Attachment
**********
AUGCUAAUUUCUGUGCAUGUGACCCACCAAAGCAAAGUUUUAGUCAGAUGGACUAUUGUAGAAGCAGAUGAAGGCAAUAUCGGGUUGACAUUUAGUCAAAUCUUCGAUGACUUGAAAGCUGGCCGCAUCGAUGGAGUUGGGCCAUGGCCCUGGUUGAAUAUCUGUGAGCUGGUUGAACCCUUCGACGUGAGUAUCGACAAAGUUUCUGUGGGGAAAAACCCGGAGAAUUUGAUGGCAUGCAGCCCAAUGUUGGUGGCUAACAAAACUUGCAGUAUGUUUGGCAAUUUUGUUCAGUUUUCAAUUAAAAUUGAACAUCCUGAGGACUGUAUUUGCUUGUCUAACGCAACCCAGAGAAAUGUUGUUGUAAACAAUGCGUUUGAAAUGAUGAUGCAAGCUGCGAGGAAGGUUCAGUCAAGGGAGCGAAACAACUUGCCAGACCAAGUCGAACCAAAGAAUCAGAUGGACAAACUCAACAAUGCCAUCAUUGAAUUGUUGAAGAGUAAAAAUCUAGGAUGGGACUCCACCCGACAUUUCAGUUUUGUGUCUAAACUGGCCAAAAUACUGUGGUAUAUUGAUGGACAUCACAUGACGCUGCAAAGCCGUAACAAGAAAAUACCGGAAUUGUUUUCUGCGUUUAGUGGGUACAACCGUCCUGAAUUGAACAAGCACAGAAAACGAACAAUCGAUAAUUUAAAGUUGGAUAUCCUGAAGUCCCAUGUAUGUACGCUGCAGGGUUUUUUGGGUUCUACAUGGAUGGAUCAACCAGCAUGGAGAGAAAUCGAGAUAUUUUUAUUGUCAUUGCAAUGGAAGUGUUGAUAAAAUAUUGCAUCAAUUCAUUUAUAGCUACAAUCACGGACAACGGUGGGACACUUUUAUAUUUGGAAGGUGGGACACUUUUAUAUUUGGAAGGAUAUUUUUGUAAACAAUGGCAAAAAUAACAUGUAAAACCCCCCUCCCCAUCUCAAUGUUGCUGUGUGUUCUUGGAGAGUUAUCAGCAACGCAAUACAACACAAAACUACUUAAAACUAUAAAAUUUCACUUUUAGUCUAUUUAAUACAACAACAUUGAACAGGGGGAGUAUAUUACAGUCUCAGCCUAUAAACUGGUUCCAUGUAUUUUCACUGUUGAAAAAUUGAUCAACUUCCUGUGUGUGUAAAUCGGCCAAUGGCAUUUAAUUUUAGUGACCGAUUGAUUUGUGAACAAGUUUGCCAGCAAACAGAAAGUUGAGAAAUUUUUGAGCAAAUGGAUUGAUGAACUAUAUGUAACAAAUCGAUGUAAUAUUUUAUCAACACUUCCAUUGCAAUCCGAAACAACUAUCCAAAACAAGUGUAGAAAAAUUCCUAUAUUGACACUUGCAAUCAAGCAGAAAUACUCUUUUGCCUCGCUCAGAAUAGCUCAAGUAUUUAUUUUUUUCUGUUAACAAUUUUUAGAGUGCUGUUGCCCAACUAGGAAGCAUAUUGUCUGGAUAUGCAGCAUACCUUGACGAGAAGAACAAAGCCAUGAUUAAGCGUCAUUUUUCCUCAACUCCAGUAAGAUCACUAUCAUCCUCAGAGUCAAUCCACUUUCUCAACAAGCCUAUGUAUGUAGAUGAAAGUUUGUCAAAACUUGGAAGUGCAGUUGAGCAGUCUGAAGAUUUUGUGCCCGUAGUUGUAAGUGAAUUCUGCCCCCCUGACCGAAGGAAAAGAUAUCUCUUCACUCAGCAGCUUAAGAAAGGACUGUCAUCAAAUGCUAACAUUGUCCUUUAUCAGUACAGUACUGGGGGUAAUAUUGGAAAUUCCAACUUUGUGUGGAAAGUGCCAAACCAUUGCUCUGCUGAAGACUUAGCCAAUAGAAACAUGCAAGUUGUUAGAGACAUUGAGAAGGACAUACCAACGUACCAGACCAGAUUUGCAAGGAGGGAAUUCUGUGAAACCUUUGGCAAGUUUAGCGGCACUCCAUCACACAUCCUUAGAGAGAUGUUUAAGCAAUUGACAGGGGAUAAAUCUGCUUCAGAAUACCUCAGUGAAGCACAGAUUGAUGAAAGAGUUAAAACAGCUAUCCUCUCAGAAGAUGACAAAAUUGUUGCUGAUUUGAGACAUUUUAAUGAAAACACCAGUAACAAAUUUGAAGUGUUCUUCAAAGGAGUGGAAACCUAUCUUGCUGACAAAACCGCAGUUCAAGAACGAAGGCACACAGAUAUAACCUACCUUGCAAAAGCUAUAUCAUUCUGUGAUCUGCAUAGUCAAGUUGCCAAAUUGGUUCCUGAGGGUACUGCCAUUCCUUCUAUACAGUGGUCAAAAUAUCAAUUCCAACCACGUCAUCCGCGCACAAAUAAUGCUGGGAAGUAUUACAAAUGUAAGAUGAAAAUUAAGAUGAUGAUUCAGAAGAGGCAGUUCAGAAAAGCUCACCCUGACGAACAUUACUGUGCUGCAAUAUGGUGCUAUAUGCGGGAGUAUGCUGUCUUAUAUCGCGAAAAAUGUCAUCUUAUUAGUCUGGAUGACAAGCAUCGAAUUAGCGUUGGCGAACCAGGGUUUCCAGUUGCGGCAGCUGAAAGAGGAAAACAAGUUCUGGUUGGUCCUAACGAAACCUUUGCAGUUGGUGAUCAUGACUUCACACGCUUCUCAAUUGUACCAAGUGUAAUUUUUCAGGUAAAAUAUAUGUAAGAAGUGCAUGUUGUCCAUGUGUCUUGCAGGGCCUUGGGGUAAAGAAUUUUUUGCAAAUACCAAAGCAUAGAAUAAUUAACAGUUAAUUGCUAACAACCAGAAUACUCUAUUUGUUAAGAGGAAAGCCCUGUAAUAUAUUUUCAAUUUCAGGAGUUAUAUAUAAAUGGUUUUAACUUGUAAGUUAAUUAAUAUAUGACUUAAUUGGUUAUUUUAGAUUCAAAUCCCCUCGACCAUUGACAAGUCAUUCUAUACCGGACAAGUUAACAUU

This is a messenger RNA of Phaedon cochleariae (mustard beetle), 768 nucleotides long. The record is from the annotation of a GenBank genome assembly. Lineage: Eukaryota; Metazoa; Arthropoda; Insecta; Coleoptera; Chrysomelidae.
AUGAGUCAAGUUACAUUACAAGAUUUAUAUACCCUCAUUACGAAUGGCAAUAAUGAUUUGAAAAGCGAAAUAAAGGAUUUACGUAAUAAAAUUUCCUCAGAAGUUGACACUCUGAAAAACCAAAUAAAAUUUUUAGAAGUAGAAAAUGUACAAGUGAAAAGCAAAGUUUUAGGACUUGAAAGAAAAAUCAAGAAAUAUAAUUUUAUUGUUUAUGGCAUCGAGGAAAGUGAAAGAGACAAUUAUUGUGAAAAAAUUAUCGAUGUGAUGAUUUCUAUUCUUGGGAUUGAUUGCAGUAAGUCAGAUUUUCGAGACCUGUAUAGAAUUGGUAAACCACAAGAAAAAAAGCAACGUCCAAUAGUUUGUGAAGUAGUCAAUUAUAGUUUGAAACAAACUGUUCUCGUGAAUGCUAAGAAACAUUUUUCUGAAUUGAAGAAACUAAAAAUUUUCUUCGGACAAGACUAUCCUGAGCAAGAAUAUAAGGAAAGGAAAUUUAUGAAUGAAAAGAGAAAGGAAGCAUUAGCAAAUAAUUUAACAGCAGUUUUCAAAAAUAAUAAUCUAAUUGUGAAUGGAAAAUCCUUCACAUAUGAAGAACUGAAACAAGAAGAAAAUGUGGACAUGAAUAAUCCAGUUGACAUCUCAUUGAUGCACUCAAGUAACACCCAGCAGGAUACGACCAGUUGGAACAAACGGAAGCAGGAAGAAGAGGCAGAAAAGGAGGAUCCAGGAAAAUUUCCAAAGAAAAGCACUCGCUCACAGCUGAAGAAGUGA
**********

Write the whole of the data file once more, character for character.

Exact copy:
AUGCUAAUUUCUGUGCAUGUGACCCACCAAAGCAAAGUUUUAGUCAGAUGGACUAUUGUAGAAGCAGAUGAAGGCAAUAUCGGGUUGACAUUUAGUCAAAUCUUCGAUGACUUGAAAGCUGGCCGCAUCGAUGGAGUUGGGCCAUGGCCCUGGUUGAAUAUCUGUGAGCUGGUUGAACCCUUCGACGUGAGUAUCGACAAAGUUUCUGUGGGGAAAAACCCGGAGAAUUUGAUGGCAUGCAGCCCAAUGUUGGUGGCUAACAAAACUUGCAGUAUGUUUGGCAAUUUUGUUCAGUUUUCAAUUAAAAUUGAACAUCCUGAGGACUGUAUUUGCUUGUCUAACGCAACCCAGAGAAAUGUUGUUGUAAACAAUGCGUUUGAAAUGAUGAUGCAAGCUGCGAGGAAGGUUCAGUCAAGGGAGCGAAACAACUUGCCAGACCAAGUCGAACCAAAGAAUCAGAUGGACAAACUCAACAAUGCCAUCAUUGAAUUGUUGAAGAGUAAAAAUCUAGGAUGGGACUCCACCCGACAUUUCAGUUUUGUGUCUAAACUGGCCAAAAUACUGUGGUAUAUUGAUGGACAUCACAUGACGCUGCAAAGCCGUAACAAGAAAAUACCGGAAUUGUUUUCUGCGUUUAGUGGGUACAACCGUCCUGAAUUGAACAAGCACAGAAAACGAACAAUCGAUAAUUUAAAGUUGGAUAUCCUGAAGUCCCAUGUAUGUACGCUGCAGGGUUUUUUGGGUUCUACAUGGAUGGAUCAACCAGCAUGGAGAGAAAUCGAGAUAUUUUUAUUGUCAUUGCAAUGGAAGUGUUGAUAAAAUAUUGCAUCAAUUCAUUUAUAGCUACAAUCACGGACAACGGUGGGACACUUUUAUAUUUGGAAGGUGGGACACUUUUAUAUUUGGAAGGAUAUUUUUGUAAACAAUGGCAAAAAUAACAUGUAAAACCCCCCUCCCCAUCUCAAUGUUGCUGUGUGUUCUUGGAGAGUUAUCAGCAACGCAAUACAACACAAAACUACUUAAAACUAUAAAAUUUCACUUUUAGUCUAUUUAAUACAACAACAUUGAACAGGGGGAGUAUAUUACAGUCUCAGCCUAUAAACUGGUUCCAUGUAUUUUCACUGUUGAAAAAUUGAUCAACUUCCUGUGUGUGUAAAUCGGCCAAUGGCAUUUAAUUUUAGUGACCGAUUGAUUUGUGAACAAGUUUGCCAGCAAACAGAAAGUUGAGAAAUUUUUGAGCAAAUGGAUUGAUGAACUAUAUGUAACAAAUCGAUGUAAUAUUUUAUCAACACUUCCAUUGCAAUCCGAAACAACUAUCCAAAACAAGUGUAGAAAAAUUCCUAUAUUGACACUUGCAAUCAAGCAGAAAUACUCUUUUGCCUCGCUCAGAAUAGCUCAAGUAUUUAUUUUUUUCUGUUAACAAUUUUUAGAGUGCUGUUGCCCAACUAGGAAGCAUAUUGUCUGGAUAUGCAGCAUACCUUGACGAGAAGAACAAAGCCAUGAUUAAGCGUCAUUUUUCCUCAACUCCAGUAAGAUCACUAUCAUCCUCAGAGUCAAUCCACUUUCUCAACAAGCCUAUGUAUGUAGAUGAAAGUUUGUCAAAACUUGGAAGUGCAGUUGAGCAGUCUGAAGAUUUUGUGCCCGUAGUUGUAAGUGAAUUCUGCCCCCCUGACCGAAGGAAAAGAUAUCUCUUCACUCAGCAGCUUAAGAAAGGACUGUCAUCAAAUGCUAACAUUGUCCUUUAUCAGUACAGUACUGGGGGUAAUAUUGGAAAUUCCAACUUUGUGUGGAAAGUGCCAAACCAUUGCUCUGCUGAAGACUUAGCCAAUAGAAACAUGCAAGUUGUUAGAGACAUUGAGAAGGACAUACCAACGUACCAGACCAGAUUUGCAAGGAGGGAAUUCUGUGAAACCUUUGGCAAGUUUAGCGGCACUCCAUCACACAUCCUUAGAGAGAUGUUUAAGCAAUUGACAGGGGAUAAAUCUGCUUCAGAAUACCUCAGUGAAGCACAGAUUGAUGAAAGAGUUAAAACAGCUAUCCUCUCAGAAGAUGACAAAAUUGUUGCUGAUUUGAGACAUUUUAAUGAAAACACCAGUAACAAAUUUGAAGUGUUCUUCAAAGGAGUGGAAACCUAUCUUGCUGACAAAACCGCAGUUCAAGAACGAAGGCACACAGAUAUAACCUACCUUGCAAAAGCUAUAUCAUUCUGUGAUCUGCAUAGUCAAGUUGCCAAAUUGGUUCCUGAGGGUACUGCCAUUCCUUCUAUACAGUGGUCAAAAUAUCAAUUCCAACCACGUCAUCCGCGCACAAAUAAUGCUGGGAAGUAUUACAAAUGUAAGAUGAAAAUUAAGAUGAUGAUUCAGAAGAGGCAGUUCAGAAAAGCUCACCCUGACGAACAUUACUGUGCUGCAAUAUGGUGCUAUAUGCGGGAGUAUGCUGUCUUAUAUCGCGAAAAAUGUCAUCUUAUUAGUCUGGAUGACAAGCAUCGAAUUAGCGUUGGCGAACCAGGGUUUCCAGUUGCGGCAGCUGAAAGAGGAAAACAAGUUCUGGUUGGUCCUAACGAAACCUUUGCAGUUGGUGAUCAUGACUUCACACGCUUCUCAAUUGUACCAAGUGUAAUUUUUCAGGUAAAAUAUAUGUAAGAAGUGCAUGUUGUCCAUGUGUCUUGCAGGGCCUUGGGGUAAAGAAUUUUUUGCAAAUACCAAAGCAUAGAAUAAUUAACAGUUAAUUGCUAACAACCAGAAUACUCUAUUUGUUAAGAGGAAAGCCCUGUAAUAUAUUUUCAAUUUCAGGAGUUAUAUAUAAAUGGUUUUAACUUGUAAGUUAAUUAAUAUAUGACUUAAUUGGUUAUUUUAGAUUCAAAUCCCCUCGACCAUUGACAAGUCAUUCUAUACCGGACAAGUUAACAUU

This is a messenger RNA of Phaedon cochleariae (mustard beetle), 768 nucleotides long. The record is from the annotation of a GenBank genome assembly. Lineage: Eukaryota; Metazoa; Arthropoda; Insecta; Coleoptera; Chrysomelidae.
AUGAGUCAAGUUACAUUACAAGAUUUAUAUACCCUCAUUACGAAUGGCAAUAAUGAUUUGAAAAGCGAAAUAAAGGAUUUACGUAAUAAAAUUUCCUCAGAAGUUGACACUCUGAAAAACCAAAUAAAAUUUUUAGAAGUAGAAAAUGUACAAGUGAAAAGCAAAGUUUUAGGACUUGAAAGAAAAAUCAAGAAAUAUAAUUUUAUUGUUUAUGGCAUCGAGGAAAGUGAAAGAGACAAUUAUUGUGAAAAAAUUAUCGAUGUGAUGAUUUCUAUUCUUGGGAUUGAUUGCAGUAAGUCAGAUUUUCGAGACCUGUAUAGAAUUGGUAAACCACAAGAAAAAAAGCAACGUCCAAUAGUUUGUGAAGUAGUCAAUUAUAGUUUGAAACAAACUGUUCUCGUGAAUGCUAAGAAACAUUUUUCUGAAUUGAAGAAACUAAAAAUUUUCUUCGGACAAGACUAUCCUGAGCAAGAAUAUAAGGAAAGGAAAUUUAUGAAUGAAAAGAGAAAGGAAGCAUUAGCAAAUAAUUUAACAGCAGUUUUCAAAAAUAAUAAUCUAAUUGUGAAUGGAAAAUCCUUCACAUAUGAAGAACUGAAACAAGAAGAAAAUGUGGACAUGAAUAAUCCAGUUGACAUCUCAUUGAUGCACUCAAGUAACACCCAGCAGGAUACGACCAGUUGGAACAAACGGAAGCAGGAAGAAGAGGCAGAAAAGGAGGAUCCAGGAAAAUUUCCAAAGAAAAGCACUCGCUCACAGCUGAAGAAGUGA